In other words, people are still willing to spend for what they want - no matter how non-essential.
Something I've been saying all along, BTW.
(yes, this is just a poorly disguised, "I told you so" :) )
Seems to me that a waterpark style attraction would be more likely to elicit repeat visits. You know - summertime, it's hot, let's spend the day keeping cool - that sort of thing.
So as far as the 9% increase goes - all they had to do was draw 1-in-10 people back again (or 1-in-20 back twice and so on) to get a big increase like that.
Not to take anything away from that increase - it's most impressive, but waterpark-style additions are exactly the kinds of attractions that would get people coming back again and again.
I think Gonch touched on a great point about the inherent repeat value of waterparks. It's probably why places like Schlitterbahn, which is in a metro area of around 2+ million people (if you count Austin), gets 800,000 plus visitors per year. Can you imagine SFGAdv drawing 40% of the population from the 28 million people in the NY/Philly metro areas? Those are approaching Disney numbers.
The thing is, I think the large regional amusement parks are demonstrating that they've really gotten too big for themselves. I think we're going to see a lot more rides being retired and replaced rather than being added to parks. I imagine places like BGE/BGA and the Orlando parks will be largely unaffected, since they're located in tourist destinations. But I think it's crazy to keep building $20 million rides in regional parks that won't show a long-lasting increase in attendance. I'd really love to see them revert to what they were originally: theme parks. Fewer rides, but more elaborate theming.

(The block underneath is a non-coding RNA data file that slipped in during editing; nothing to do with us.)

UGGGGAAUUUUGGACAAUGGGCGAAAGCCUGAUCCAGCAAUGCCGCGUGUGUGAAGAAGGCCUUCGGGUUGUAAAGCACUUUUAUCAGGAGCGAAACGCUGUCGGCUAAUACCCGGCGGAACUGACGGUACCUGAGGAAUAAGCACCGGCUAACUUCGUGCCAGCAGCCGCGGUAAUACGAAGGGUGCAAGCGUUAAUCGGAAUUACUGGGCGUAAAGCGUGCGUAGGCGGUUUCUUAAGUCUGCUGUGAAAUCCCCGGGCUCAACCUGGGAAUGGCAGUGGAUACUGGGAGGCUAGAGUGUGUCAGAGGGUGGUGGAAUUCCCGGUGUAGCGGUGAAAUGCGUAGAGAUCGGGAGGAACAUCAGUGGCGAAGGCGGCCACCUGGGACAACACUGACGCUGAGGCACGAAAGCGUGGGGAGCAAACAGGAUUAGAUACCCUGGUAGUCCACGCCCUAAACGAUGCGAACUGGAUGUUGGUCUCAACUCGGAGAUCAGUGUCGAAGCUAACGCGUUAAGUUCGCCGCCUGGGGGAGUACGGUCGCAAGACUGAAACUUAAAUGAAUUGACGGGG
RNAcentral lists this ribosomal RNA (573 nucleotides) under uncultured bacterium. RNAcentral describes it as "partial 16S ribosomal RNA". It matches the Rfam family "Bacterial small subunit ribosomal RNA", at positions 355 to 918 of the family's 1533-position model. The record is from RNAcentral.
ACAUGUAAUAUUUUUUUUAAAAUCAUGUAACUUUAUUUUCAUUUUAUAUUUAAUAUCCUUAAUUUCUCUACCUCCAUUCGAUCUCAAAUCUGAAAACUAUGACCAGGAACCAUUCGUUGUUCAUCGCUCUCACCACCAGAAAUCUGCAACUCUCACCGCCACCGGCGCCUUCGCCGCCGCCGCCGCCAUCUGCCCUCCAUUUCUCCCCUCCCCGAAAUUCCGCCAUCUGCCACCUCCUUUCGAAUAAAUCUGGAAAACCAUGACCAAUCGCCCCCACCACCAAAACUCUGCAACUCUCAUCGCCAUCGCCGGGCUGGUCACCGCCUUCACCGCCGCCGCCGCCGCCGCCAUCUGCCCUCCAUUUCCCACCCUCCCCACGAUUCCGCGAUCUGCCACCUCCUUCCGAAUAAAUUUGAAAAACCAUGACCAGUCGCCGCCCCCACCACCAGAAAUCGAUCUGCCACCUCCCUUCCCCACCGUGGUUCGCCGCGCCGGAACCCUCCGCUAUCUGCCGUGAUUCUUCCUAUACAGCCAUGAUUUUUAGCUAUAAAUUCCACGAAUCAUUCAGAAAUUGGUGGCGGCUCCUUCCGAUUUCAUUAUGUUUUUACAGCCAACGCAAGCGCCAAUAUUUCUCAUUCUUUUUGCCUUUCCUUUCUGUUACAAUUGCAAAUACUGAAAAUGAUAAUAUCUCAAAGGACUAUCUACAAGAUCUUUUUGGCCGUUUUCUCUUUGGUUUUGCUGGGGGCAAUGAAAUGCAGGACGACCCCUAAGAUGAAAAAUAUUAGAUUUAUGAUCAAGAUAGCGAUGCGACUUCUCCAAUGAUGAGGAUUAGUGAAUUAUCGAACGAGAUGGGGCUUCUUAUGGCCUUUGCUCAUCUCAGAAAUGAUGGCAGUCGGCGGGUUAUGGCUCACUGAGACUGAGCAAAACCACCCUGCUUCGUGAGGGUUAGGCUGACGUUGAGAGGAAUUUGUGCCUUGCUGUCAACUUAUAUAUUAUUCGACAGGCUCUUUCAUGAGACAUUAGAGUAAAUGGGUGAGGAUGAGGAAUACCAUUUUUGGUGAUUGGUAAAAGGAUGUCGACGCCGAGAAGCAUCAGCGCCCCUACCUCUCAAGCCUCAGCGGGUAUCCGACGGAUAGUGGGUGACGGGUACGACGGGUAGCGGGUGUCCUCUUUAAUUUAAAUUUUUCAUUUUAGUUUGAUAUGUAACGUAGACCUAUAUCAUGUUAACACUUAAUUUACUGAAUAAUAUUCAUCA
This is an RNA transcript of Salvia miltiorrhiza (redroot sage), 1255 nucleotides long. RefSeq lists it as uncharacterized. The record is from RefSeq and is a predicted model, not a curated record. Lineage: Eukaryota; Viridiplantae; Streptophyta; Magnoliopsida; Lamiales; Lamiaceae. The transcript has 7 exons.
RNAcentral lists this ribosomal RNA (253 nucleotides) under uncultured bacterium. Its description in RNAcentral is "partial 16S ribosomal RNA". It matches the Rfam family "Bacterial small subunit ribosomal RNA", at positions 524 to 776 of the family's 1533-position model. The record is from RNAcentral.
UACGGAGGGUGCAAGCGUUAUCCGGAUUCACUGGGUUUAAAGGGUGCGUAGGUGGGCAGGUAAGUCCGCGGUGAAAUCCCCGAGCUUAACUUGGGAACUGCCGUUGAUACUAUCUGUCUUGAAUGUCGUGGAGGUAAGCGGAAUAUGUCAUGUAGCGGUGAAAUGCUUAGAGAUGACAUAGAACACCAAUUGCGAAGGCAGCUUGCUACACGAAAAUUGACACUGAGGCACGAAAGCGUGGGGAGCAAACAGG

But if you really miss the 2HR lines for Batman - just visit on a Saturday during Fright Fest :)
PS: I can't wait to see everyone's reactions to the drastic change in Parking this year at SFGAM :)
However, I think that the big areas of growth I expect to see is adding water park attractions and beefing up/upping the quality of Halloween events. The former, as has been mentioned on this thread has been a slam dunk for way too many parks for their peers not to take notice. As for the latter, its apparent that these have also been slam dunks for the industry, however they must at all times compete with the local haunted houses for guests.
While each side has obvious advantages (the parks have their rides/name, the houses can be more edgy and touch you) I look for the parks to also assert the advantage they have in capital to invest in better sets and animatronics to not only draw more summer guests back for another trip, but also draw guests who would never otherwise would go to a park (ie haunt enthusiasts.)
2020 Trips: Canceled by Corona
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